Unpopular courthouse art is removed -- for now

October 09, 1997|By Brenda J. Buote | Brenda J. Buote,SUN STAFF

For two decades, few people have understood the multicolored metal sculpture outside Baltimore's federal courthouse. Even fewer have liked it.

As workers at the Edward A. Garmatz federal courthouse finished dismantling "Baltimore Federal" yesterday and sent it away for a five-month makeover, many who work at the building expressed hope it would never return.

"I watched them load the last piece of the sculpture. I kept hoping it would fall off the back of the truck and get all crumpled up," said one courthouse clerk who did not want to be named, for fear of incurring the wrath of a U.S. District judge. "I hate that thing."

The 20-year-old structure will receive a $40,000 face-lift by artists in North Haven, Conn., and is due back in Baltimore by March.

Installed in front of the courthouse on Lombard Street in 1978, the 20-by-45-foot sculpture was intended to "express the relationship between the public and the courts, freedom and democratic equality," according to a small plaque that remains at the site.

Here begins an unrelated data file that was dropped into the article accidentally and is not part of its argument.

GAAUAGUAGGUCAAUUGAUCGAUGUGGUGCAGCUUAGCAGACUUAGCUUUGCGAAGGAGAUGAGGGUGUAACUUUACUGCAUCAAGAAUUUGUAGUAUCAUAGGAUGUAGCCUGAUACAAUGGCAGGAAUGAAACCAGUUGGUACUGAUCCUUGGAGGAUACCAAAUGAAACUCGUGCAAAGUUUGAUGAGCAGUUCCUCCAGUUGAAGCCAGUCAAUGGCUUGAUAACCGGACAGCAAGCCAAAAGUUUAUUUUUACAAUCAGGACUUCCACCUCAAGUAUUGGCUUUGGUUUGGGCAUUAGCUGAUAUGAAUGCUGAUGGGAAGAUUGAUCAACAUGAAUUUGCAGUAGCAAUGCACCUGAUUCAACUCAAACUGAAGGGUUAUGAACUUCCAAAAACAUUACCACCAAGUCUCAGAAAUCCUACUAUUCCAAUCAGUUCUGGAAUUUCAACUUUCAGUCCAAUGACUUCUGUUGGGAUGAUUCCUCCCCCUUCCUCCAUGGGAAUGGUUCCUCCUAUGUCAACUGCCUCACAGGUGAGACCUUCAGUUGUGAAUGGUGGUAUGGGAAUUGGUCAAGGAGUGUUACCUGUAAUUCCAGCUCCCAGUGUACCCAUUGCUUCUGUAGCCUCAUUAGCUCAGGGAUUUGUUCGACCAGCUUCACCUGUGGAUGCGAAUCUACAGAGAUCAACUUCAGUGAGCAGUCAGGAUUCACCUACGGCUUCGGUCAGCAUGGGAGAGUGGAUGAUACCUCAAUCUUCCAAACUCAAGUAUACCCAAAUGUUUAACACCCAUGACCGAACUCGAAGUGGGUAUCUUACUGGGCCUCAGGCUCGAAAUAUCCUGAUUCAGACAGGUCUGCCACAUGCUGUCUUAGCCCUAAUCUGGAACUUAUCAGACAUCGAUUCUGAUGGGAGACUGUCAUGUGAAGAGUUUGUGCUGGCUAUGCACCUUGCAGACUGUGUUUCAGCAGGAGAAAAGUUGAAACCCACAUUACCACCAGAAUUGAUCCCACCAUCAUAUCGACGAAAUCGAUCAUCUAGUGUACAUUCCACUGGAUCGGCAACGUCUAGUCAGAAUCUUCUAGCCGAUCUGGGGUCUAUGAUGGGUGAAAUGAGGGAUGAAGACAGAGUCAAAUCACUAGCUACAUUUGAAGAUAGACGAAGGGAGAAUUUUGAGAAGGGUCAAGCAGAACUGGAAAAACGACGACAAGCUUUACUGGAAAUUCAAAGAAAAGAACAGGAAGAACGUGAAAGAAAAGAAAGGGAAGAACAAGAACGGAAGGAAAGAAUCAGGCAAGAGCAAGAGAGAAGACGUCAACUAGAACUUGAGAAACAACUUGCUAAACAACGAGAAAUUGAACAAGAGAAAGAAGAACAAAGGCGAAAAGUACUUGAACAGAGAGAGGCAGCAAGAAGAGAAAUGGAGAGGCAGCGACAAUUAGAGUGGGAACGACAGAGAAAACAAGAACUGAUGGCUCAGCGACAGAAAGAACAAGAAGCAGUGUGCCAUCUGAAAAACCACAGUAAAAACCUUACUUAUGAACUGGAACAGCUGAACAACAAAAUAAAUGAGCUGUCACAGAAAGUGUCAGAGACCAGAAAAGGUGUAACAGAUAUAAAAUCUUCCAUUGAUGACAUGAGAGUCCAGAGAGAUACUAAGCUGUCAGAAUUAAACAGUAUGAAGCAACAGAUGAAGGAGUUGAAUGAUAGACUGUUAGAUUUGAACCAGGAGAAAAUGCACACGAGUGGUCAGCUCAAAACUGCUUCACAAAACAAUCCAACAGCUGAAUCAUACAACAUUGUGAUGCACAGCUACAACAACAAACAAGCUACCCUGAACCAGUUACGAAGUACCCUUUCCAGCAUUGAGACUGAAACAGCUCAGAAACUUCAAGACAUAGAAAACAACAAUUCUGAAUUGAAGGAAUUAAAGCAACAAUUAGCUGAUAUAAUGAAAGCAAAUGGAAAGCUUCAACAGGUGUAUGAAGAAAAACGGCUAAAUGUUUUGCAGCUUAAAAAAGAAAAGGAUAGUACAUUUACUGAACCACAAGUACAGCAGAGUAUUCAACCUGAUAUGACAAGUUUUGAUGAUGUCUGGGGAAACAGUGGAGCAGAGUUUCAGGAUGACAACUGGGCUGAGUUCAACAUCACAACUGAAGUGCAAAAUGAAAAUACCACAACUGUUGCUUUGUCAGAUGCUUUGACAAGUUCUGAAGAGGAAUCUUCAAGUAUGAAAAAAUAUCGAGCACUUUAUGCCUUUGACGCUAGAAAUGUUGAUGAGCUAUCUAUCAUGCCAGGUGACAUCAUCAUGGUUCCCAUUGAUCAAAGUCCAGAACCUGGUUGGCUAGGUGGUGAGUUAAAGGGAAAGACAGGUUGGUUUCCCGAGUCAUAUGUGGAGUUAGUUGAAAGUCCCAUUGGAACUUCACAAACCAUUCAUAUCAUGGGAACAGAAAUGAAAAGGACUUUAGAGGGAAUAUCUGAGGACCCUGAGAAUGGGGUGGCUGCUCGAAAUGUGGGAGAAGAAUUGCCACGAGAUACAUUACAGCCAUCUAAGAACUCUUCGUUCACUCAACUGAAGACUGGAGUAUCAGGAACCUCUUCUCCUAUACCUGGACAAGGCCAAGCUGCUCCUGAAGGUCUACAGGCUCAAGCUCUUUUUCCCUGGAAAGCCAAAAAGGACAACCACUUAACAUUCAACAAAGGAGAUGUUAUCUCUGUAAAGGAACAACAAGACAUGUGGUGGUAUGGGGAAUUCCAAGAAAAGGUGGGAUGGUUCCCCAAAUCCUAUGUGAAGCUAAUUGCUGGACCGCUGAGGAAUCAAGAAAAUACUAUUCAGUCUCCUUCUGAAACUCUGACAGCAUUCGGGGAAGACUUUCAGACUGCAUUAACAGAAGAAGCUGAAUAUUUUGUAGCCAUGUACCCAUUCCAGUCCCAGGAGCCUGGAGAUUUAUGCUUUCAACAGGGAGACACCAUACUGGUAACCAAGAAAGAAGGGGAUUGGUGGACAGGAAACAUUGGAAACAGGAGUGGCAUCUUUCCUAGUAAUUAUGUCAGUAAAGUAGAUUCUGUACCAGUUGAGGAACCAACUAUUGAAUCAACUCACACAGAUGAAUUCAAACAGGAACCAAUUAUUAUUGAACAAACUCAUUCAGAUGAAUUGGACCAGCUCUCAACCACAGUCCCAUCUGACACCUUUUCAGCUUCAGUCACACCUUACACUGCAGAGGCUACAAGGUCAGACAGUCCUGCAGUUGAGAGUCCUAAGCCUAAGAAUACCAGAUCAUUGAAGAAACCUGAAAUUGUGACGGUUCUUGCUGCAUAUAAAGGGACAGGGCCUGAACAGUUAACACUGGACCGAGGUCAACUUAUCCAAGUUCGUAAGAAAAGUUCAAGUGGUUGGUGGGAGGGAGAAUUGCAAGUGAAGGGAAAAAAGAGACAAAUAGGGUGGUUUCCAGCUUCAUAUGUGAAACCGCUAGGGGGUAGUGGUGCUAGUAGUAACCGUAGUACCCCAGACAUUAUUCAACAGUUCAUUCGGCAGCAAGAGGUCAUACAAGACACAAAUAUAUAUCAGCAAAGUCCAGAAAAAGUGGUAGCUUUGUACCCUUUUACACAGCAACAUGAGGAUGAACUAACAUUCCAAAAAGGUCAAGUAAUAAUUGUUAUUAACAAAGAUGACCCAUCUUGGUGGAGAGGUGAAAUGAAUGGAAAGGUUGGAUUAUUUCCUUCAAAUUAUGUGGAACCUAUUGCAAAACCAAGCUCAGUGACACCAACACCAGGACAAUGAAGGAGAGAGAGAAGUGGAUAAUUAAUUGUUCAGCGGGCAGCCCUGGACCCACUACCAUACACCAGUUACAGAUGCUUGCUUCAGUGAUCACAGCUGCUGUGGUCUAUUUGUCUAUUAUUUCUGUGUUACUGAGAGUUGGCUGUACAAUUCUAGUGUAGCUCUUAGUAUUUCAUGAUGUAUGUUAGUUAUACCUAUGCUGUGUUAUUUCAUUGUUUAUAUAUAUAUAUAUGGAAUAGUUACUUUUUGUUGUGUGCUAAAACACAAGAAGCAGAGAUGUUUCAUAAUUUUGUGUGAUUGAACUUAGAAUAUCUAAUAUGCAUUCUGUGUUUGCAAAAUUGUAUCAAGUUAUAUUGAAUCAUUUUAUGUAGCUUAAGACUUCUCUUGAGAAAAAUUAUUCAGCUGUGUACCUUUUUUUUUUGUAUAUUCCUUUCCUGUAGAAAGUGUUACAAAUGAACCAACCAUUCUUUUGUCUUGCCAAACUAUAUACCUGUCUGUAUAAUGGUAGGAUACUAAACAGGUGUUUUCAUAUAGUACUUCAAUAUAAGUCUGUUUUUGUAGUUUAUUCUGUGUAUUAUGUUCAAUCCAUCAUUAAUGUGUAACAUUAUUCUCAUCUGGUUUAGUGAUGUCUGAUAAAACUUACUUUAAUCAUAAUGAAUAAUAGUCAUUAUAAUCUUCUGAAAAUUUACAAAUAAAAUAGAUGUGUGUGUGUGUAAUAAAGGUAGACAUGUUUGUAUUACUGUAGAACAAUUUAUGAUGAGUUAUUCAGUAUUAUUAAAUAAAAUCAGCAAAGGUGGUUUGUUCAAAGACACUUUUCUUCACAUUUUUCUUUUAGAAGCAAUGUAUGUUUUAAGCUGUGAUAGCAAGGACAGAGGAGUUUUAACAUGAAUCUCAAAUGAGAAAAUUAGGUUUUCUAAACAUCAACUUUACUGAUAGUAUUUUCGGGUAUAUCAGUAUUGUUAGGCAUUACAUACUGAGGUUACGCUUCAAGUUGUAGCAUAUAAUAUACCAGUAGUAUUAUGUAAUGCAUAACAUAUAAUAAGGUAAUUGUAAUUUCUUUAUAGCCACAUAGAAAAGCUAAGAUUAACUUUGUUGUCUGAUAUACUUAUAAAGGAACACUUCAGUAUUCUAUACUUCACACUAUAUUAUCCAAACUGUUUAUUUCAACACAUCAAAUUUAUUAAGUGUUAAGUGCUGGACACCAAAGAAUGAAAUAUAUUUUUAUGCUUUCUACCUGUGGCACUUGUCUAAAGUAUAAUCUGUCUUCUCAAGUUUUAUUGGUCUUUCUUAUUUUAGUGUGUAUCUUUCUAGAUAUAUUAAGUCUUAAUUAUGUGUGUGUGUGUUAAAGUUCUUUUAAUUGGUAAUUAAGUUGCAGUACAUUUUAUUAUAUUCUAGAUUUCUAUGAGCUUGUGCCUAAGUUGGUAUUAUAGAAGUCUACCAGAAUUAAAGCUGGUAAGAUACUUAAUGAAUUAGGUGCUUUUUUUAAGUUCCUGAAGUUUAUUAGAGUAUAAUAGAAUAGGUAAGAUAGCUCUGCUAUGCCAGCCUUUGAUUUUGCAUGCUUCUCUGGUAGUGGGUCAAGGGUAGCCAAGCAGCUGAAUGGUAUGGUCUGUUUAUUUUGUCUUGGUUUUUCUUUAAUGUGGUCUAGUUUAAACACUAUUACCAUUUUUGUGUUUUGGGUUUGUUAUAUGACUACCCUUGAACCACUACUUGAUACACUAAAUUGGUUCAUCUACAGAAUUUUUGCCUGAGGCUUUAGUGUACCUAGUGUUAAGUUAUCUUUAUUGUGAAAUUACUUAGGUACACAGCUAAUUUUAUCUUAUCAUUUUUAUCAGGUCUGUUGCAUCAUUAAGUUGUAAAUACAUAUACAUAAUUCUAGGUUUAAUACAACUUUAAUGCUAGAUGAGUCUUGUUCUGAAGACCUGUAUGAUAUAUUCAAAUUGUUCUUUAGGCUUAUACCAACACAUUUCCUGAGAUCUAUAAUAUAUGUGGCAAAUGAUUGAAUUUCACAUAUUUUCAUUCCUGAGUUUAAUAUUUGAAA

After the entwined sculpture of red, blue, yellow and green metal was completed, the General Services Administration, which operates the Garmatz building and commissioned the artwork, praised sculptor George Sugarman for achieving "true public art in which the openness and accessibility of the forms, and the variety of experiences they allow, need no specific understanding." The art's meaning eludes most people.

"I don't get it. I thought it was a bird," said Frank Canapino of Precision Fabricators Inc., the North Haven company that will refurbish the piece.

Pub Date: 10/09/97

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